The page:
Society & Culture
Anonymised flat winners list prompts anti-corruption probe
The anti-corruption watchdog launched a probe after an anonymised list of 661 flat winners caused an uproar from unsuccessful applicants of the government housing programme.
The anti-corruption watchdog has launched a probe after an anonymised list of 661 flat winners caused an uproar from unsuccessful applicants of the government housing programme.
Complaints were lodged last week over the lack of transparency and the housing ministry’s failure to explain how points were awarded, Anti-Corruption Commission officials told the press.
About 15,000 people applied for the housing scheme in late 2014 under two categories for residents of Malé. The deadline for submitting complaints to the housing ministry expires Sunday.
In the face of criticism and allegations of corrupt dealings after the list was made public last Monday, Housing Minister Dr Mohamed Muiz declared on Twitter that “only form numbers were included to protect the rights of those who won flats and those who didn’t as well.”
The housing minister previously assured that the flats would be awarded to the most deserving applicants after conducting home inspection visits.
Citing a typo that led to one form number appearing twice, the housing ministry also amended the list a day after it was published in the government gazette. But questions continued to be raised as several applicants reportedly missed out despite scoring 90 points while others with lower marks made the list.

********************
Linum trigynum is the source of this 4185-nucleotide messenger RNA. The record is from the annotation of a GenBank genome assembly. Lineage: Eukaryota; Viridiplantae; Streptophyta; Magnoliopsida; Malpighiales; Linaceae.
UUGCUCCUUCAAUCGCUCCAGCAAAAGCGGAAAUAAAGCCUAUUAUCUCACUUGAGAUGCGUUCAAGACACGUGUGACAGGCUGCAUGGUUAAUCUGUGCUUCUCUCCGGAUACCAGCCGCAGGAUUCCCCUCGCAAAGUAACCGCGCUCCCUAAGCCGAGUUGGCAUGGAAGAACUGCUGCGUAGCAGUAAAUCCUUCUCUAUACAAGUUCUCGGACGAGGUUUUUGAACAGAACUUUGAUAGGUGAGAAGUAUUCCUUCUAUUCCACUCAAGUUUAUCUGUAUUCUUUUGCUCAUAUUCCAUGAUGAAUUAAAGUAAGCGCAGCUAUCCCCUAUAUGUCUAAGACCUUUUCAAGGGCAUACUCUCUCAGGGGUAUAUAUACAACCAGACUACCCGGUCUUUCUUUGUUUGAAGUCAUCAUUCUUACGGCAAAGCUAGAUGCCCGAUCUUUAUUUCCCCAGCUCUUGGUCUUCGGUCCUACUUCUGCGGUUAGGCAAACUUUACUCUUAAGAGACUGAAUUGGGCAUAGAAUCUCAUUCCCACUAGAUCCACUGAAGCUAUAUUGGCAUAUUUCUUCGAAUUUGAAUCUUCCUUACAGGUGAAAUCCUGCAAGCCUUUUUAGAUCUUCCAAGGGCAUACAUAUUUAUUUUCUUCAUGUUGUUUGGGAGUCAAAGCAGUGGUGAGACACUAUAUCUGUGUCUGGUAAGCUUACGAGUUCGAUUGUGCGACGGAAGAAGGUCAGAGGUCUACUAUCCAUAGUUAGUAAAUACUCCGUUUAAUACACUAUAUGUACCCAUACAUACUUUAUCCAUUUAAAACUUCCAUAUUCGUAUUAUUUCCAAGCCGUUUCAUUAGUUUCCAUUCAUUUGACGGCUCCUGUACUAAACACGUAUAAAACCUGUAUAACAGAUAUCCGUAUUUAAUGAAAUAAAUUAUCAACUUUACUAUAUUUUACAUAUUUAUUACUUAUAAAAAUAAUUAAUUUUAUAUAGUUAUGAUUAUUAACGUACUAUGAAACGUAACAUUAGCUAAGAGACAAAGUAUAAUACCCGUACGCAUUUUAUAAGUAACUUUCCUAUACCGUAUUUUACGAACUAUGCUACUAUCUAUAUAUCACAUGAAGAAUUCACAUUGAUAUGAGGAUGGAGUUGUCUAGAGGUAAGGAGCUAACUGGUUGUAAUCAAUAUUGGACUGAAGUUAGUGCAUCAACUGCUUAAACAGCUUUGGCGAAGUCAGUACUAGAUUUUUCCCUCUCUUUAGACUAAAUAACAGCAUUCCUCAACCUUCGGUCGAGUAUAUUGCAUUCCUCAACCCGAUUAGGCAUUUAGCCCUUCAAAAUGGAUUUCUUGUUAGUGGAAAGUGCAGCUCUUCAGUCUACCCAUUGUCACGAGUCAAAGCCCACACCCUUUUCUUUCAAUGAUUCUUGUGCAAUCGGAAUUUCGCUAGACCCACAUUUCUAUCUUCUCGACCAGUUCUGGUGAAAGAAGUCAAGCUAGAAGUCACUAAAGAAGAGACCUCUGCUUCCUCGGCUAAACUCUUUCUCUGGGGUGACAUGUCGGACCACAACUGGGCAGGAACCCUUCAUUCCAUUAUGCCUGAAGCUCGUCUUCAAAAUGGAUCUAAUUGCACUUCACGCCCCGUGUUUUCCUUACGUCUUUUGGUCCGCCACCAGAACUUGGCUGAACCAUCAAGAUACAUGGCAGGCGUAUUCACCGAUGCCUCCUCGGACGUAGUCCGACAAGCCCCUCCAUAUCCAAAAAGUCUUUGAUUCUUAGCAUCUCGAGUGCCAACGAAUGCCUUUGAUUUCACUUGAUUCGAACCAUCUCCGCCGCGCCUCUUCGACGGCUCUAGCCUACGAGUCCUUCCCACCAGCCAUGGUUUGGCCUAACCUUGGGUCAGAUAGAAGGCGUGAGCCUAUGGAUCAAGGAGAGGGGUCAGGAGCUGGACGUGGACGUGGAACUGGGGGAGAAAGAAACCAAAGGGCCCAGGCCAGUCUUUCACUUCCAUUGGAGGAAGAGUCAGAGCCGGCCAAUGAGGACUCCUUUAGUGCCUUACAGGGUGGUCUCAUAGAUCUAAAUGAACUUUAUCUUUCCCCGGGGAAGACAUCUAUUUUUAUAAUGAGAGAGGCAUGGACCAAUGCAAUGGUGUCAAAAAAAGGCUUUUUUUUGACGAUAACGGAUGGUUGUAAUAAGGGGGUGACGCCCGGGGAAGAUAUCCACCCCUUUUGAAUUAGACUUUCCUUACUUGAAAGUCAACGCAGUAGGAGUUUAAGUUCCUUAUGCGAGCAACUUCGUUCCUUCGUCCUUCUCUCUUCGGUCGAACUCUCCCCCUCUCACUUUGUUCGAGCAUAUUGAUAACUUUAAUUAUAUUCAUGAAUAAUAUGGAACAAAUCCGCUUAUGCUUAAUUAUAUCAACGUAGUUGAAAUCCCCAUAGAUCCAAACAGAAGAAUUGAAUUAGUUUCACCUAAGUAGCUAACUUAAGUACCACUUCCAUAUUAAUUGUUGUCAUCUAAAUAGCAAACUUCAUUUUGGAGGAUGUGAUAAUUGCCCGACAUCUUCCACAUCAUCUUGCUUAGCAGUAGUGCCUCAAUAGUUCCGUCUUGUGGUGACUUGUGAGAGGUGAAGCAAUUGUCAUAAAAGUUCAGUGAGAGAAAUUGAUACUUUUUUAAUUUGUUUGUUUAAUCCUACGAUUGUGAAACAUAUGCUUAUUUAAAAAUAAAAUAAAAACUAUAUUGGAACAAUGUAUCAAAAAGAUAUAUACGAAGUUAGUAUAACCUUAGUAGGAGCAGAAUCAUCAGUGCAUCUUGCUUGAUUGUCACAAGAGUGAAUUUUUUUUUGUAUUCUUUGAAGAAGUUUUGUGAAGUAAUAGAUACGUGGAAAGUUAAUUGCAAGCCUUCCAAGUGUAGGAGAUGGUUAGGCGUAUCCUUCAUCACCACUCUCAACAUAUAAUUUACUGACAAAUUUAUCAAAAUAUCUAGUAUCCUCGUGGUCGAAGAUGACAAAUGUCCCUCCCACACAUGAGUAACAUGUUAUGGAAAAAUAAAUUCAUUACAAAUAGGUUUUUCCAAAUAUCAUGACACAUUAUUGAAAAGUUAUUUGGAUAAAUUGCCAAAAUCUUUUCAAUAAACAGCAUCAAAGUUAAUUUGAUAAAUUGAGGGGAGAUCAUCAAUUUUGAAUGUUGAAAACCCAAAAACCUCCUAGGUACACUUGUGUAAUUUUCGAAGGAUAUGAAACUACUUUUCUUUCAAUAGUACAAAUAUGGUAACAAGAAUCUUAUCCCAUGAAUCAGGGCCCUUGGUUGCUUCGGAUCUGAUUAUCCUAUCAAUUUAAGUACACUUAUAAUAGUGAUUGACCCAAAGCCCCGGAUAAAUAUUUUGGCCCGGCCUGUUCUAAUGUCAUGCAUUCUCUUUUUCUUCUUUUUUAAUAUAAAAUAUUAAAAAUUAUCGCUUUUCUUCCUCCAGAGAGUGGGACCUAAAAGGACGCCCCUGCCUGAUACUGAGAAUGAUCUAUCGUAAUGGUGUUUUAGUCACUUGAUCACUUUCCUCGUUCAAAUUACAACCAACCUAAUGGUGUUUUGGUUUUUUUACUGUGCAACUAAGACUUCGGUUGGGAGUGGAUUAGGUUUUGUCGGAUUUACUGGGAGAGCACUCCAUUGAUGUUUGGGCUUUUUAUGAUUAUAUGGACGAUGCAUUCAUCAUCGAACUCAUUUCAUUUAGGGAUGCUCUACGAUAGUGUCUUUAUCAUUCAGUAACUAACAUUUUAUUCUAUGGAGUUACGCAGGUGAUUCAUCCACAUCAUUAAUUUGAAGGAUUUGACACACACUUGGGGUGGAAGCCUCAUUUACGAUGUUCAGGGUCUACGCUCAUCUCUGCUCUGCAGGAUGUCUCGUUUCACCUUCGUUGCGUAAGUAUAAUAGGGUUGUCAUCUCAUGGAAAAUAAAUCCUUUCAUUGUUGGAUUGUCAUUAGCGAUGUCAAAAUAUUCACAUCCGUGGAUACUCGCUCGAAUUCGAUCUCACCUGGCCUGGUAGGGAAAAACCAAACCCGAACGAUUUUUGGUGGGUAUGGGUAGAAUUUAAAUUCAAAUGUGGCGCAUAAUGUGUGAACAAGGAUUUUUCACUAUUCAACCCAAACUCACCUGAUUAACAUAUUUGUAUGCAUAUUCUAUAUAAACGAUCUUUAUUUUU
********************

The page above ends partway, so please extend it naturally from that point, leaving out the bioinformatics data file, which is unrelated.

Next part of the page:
A post from an applicant who scored 100 points but was excluded has been widely shared on social media.
The opposition meanwhile cried foul and called on the government to disclose details of the flat winners as well as the points awarded to all applicants.
The winners of the flats built in Hulhumalé, a reclaimed island under development near Malé, are the first chosen by the current administration.
According to its homeownership or ‘Gedhoruverikan’ programme unveiled in February 2014, applications would be evaluated based on the period of residence in Malé and other measures of their living situation, including the family’s income and the number of children.
The government had pledged to build 1,100 flats in Hulhumalé but the number was later reduced to 661 without explanation.
Earlier this month, winners of flats under the previous government’s Veshi Fahi Malé social housing programme were told by the state-owned Housing Development Corporation to secure loans before a deadline of October 15, prompting some to express discontent with what they called “a forced entry into a ruinous loan scheme”.
The announcement came after complaints about delays in introducing a new affordable housing loan scheme devised by the central bank to help make payments for flats built in Malé by a subsidiary of India’s Tata Group.
In late August, the central bank enacted regulations mandating banks and financial institutions to join its new loan scheme and allocate at least 10 percent of income for low-interest housing loans. The down payment can be guaranteed either through the Maldives Retirement Pension Scheme or a special fund set up by the Maldives Monetary Authority.
According to the 2014 census, 39 percent of the Maldives’ 341,256 population resides in the 2.2 square mile island of Male. In the past few decades, thousands of people from the atolls have migrated to the capital in search of jobs, better education and healthcare, making Malé one of the world’s most densely populated cities with thousands of people crammed into small apartments for exorbitant rents.